foods. Volumes have been written about it. By nature, science and technology always strive to improve themsleves and am sure new disoveries and developments in food safety analysis will also improve.
We will adopt those new developments and revaluate our old beliefs and facts. Only those who have no scientific training or knowledge of the
techniques and technology keep on repeating this non-sense that exisiting food safety analysis is inadequate or insensitive. I was upset that a premier research body like ICMR in India should repeat
The original comment in WEEKLY WATCH number 83
FOCUS ON ASIA
+ INDUSTRY ASSAULT ON INDIA - FAST-TRACKING CAMPAIGN CONTINUES, BIG PRO-GM CONFERENCE COMING
PV Satheesh of the Deccan Development Society has warned how, unperturbed by the problems already inflicted on the country by GM cotton, "the powerful industrial lobby in India has been instrumental in a process that might completely dismantle the Genetic Engineering Approval Committee of the Ministry of Environment and Forests and hand over the control to an industry dominated committee in the name of a fast track approval".
As part of the biotech industry's campaign to weaken India's regulatory system, the Federation of Indian Chambers of Commerce and Industry (FICCI) will hold a big GM promotional - an "International Conference on Agricultural Biotechnology" entitled "Ushering in the Second Green Revolution" at Federation House, New Delhi, Aug 10-12, 2004.
FICCI is operating in partnership with:
(1) The International Service for the Acquisition of Agri-Biotech Application (ISAAA) - a U.S.-based, GM promotion and 'transfer' agency whose board has contained leading biotech industry executives and which enjoys multi-million dollar funding from Bayer, Cargill, Dow, Monsanto, Novartis, Pioneer, Syngenta, in addition to funding from the Rockefeller Foundation and Western governmental funding agencies.
(2) The MS Swaminathan Research Foundation (MSSRF) headed by the green revolution scientist, MS Swaminathan, who has been in charge of a government task force set up to revise India's regulatory system. Swaminathan has a disturbing talent for dressing up the industry's agenda in the rhetoric of village India, women's empowerment, etc.
The main conference organisers, FICCI, has already stated that it wants to see the Genetic Engineering Approval Committee's powers curtailed by "changes in rules relating to production and handling of micro-organisms, cells and genetically modified organisms (GMOs)." The conference is intended to deliberate on such changes as well as being a GM promotional.
The biotech lobby's main concern is over what they see as stagnation in the GM crop sector in India. Shantu Shantaram spells it out with his complaint, "all we have is one stupid Bt cotton to talk about." India's prominence within the developing world makes what the biotech lobby sees as the slow introduction of GM crops into India particularly frustrating.
Significantly, Shantaram, who is a frequent spokesman on these issues, presents himself simply as "Dr Shantu Shantaram, Biologistics International USA". In fact, Dr Shantaram is an employee of GM giant Syngenta.
Go to a Syngenta website like that of Syngenta Canada and the message is loud and clear:
"Welcome! We're Syngenta. Syngenta is the world's leading agribusiness company".
But when it comes to Syngenta's man Shantharam, the message is non-existent!
At Syngenta, Shantaram developed the corporation's PR strategies for biotech projects, including Golden Rice. Prior to that he worked for the US Department of Agriculture. Biologistics International is Shantaram's "consulting firm" on biosafety. No doubt he will be putting that expertise to good use to help India usher in its "Second Green Revolution".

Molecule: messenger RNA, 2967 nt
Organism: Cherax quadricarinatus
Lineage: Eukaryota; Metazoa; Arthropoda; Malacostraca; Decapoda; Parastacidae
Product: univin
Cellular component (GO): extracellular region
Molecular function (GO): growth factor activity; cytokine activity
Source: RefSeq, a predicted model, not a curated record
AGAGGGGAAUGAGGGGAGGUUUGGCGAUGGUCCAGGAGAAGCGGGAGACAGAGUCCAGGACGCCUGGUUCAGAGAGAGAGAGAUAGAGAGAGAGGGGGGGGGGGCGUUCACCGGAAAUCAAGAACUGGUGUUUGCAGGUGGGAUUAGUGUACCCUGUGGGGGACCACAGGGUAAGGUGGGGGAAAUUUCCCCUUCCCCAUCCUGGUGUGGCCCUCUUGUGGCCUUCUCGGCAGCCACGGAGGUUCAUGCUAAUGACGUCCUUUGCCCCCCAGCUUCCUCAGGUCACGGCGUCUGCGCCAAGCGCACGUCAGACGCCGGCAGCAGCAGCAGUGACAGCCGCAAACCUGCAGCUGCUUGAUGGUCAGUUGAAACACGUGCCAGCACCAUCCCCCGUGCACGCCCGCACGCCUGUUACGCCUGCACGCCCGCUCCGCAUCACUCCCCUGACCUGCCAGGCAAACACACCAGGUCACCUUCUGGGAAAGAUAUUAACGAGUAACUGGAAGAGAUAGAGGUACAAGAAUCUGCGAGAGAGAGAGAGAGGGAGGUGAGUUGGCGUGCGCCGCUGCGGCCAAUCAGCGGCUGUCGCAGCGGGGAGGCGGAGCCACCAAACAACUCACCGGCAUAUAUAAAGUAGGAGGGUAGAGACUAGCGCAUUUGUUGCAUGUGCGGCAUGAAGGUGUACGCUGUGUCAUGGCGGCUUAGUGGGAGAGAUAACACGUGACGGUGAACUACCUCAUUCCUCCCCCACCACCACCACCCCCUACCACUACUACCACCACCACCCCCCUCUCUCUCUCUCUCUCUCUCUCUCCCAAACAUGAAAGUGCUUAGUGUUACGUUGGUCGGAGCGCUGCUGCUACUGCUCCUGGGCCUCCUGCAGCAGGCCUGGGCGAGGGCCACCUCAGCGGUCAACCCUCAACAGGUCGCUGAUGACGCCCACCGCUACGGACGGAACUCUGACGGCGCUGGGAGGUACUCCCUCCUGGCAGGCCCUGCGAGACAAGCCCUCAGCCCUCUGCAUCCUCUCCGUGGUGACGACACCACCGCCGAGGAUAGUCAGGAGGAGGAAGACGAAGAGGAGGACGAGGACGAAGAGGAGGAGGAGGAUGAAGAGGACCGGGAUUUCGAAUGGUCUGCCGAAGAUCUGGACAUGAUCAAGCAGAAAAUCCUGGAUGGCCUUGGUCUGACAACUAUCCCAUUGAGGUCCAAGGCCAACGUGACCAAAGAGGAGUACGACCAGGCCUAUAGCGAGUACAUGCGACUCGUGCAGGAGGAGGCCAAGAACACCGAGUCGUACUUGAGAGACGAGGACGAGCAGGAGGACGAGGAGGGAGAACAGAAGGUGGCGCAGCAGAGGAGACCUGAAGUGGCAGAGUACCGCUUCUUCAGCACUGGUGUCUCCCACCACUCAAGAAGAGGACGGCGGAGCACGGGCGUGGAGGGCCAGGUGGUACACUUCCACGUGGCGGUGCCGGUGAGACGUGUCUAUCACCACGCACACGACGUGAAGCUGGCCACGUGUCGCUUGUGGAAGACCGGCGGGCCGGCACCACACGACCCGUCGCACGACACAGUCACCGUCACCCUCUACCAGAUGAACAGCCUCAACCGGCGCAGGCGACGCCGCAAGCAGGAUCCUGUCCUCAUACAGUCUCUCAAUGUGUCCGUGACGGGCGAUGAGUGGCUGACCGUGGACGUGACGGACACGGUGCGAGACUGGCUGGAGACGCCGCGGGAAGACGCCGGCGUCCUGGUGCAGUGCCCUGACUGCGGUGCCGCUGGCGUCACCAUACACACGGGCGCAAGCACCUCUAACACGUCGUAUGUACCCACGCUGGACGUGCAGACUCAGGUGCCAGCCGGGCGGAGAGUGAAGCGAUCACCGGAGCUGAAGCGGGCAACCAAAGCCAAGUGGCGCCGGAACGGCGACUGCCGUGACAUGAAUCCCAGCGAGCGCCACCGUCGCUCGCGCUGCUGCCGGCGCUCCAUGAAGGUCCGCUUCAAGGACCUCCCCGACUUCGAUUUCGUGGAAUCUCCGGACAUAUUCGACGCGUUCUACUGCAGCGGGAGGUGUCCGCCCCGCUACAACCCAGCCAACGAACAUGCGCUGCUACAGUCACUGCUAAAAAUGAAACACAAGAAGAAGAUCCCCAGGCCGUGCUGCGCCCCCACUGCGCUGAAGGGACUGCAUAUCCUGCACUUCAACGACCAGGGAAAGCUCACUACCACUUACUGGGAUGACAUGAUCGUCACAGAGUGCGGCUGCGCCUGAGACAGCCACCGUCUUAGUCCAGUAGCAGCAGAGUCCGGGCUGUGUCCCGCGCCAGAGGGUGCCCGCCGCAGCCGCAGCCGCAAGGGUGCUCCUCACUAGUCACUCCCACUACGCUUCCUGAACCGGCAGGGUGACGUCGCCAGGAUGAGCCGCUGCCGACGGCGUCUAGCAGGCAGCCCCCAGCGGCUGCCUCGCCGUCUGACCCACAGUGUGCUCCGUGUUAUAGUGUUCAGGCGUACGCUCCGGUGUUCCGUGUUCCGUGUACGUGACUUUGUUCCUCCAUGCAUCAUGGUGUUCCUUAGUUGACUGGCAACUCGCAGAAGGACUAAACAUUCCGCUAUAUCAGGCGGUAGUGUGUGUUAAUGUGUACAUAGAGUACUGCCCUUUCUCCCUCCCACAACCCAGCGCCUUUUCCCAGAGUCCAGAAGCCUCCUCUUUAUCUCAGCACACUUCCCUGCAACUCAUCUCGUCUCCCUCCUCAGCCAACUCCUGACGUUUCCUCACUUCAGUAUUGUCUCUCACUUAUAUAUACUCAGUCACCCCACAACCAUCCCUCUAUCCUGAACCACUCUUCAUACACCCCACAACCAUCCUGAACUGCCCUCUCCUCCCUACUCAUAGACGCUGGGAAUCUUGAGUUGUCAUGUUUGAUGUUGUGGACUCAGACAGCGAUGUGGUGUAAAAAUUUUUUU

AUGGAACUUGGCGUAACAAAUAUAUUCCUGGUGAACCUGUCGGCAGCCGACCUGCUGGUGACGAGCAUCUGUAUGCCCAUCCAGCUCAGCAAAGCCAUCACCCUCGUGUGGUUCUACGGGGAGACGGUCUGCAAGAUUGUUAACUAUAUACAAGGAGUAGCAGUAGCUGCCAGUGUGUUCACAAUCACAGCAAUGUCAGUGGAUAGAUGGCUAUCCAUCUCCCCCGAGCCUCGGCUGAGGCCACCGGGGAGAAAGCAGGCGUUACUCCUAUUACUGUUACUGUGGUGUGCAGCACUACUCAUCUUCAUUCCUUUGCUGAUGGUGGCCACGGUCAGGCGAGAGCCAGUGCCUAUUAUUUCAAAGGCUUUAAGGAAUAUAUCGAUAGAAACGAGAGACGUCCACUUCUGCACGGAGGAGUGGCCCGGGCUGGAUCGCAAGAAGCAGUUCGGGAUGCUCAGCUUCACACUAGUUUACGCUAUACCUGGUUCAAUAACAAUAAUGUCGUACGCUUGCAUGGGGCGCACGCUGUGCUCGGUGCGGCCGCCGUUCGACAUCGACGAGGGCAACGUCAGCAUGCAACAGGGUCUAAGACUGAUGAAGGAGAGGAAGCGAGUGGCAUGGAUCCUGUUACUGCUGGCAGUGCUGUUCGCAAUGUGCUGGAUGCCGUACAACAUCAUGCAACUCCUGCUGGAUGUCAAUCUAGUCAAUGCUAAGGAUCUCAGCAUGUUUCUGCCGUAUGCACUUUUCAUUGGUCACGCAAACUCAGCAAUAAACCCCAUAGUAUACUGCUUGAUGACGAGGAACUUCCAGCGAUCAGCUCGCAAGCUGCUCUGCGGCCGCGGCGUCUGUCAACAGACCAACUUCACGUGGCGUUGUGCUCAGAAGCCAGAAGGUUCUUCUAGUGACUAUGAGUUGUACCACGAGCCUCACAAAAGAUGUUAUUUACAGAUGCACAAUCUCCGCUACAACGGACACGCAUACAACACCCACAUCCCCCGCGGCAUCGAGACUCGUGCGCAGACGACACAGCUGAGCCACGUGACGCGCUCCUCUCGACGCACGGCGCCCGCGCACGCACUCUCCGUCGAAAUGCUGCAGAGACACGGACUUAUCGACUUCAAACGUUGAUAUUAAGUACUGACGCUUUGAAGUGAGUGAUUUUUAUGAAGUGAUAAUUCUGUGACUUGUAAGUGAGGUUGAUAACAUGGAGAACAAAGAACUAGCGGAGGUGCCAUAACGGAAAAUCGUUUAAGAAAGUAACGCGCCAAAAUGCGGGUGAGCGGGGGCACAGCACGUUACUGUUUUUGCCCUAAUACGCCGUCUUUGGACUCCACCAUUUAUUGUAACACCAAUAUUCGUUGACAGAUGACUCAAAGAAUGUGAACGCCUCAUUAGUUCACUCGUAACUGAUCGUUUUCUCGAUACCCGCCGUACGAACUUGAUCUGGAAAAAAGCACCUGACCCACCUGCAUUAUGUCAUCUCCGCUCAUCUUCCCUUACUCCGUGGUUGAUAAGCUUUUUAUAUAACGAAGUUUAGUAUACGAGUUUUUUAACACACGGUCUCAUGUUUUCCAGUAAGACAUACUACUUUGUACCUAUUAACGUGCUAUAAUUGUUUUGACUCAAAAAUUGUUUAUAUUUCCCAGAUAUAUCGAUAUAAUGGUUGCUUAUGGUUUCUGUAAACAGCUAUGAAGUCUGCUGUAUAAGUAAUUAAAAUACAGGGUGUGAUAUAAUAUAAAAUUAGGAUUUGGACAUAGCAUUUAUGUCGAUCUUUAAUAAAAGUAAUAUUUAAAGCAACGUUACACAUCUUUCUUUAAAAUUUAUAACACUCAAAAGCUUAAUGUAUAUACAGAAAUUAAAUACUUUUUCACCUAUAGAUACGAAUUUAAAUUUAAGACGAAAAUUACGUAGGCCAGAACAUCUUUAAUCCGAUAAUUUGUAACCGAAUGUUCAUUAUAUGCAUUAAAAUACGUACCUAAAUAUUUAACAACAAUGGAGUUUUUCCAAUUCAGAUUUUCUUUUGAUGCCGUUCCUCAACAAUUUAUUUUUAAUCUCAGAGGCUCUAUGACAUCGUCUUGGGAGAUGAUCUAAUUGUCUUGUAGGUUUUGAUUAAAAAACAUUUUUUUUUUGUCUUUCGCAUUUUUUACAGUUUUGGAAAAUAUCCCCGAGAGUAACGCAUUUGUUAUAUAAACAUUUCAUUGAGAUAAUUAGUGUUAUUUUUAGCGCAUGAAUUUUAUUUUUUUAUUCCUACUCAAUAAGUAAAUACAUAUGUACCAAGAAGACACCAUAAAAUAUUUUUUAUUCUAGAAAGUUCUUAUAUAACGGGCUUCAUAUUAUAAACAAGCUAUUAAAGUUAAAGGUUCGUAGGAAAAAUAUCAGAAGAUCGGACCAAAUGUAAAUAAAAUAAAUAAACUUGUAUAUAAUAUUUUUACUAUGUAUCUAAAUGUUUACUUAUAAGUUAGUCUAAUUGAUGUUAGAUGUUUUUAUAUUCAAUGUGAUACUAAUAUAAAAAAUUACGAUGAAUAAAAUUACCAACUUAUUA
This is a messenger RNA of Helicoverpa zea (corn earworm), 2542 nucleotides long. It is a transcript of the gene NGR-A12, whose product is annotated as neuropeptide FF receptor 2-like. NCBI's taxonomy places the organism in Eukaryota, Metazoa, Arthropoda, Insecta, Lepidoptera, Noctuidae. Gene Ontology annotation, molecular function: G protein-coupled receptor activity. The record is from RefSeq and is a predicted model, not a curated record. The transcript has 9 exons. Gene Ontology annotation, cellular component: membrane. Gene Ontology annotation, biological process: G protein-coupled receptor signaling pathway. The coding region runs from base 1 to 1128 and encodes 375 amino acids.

Much of the drive to reform India's regulatory system has its roots in a forum on regulatory development set up by Syngenta, in which MS Swaminathan took a prominent part. Syngenta's forum established many of the principles behind the proposals for regulatory reform now being brought forward.
The aim seems clear: to weaken India's regulatory system and then use it as a blueprint to sell to other Asian countries - just as South Africa's fast-track system is now being promoted as a model for the entire continent.
Ushering in the Second Green Revolution - International conference in New Delhi
Clipping the wings of India's regulators
Industry asault on India
Subverting the Cartagena Protocol - Willy De Greef (12/7/2004)
EXCERPT: While the US is busy subverting the Cartagena Protocol's impact by providing expert support for weak biosafety systems for developing countries, here's another subversive effort - this one in the name of public science.
The author, whose article champions this cause, is described in Nature Biotechnology simply as "at the The Plant Biotechnology Institute for Developing Countries (IPBO)" at Ghent University. However, until the end of 2002 Willy De Greef was the Global Head of Regulatory Affairs - Biotechnology for gene giant Syngenta.
According to De Greef the 'Golden Rice' project, "seen a few years ago as one of the most significant single contributions of biotech to public health improvement in the developing world, has been stalled for half a decade, and in the current regulatory environment does not have much hope of reaching third world farmers".
This is all the fault of the Cartagena Protocol.
"To change the situation, it is urgent to create a platform of public sector research institutions, to give a voice to the concerns and the needs of the scientific community in the Cartagena Protocol implementation process..."
De Greef has no doubt that public sector input would create a far more lax regulatory environment, allowing the more rapid introduction of GMOS.
And in that he is quite right.
In many countries plant bioscience has been almost completely aligned with the needs of industry. The UK's public funding body for the bio-sciences, for instance, was actually headed until not so long ago by a director of Syngenta, and the boards that determine its strategy and make its funding decisions are stuffed with industry figures.
De Greef himself - one day a spokesman for the world's largest biotech corporation, the next the champion of public science - is a perfect exemplar of this corrupt situation.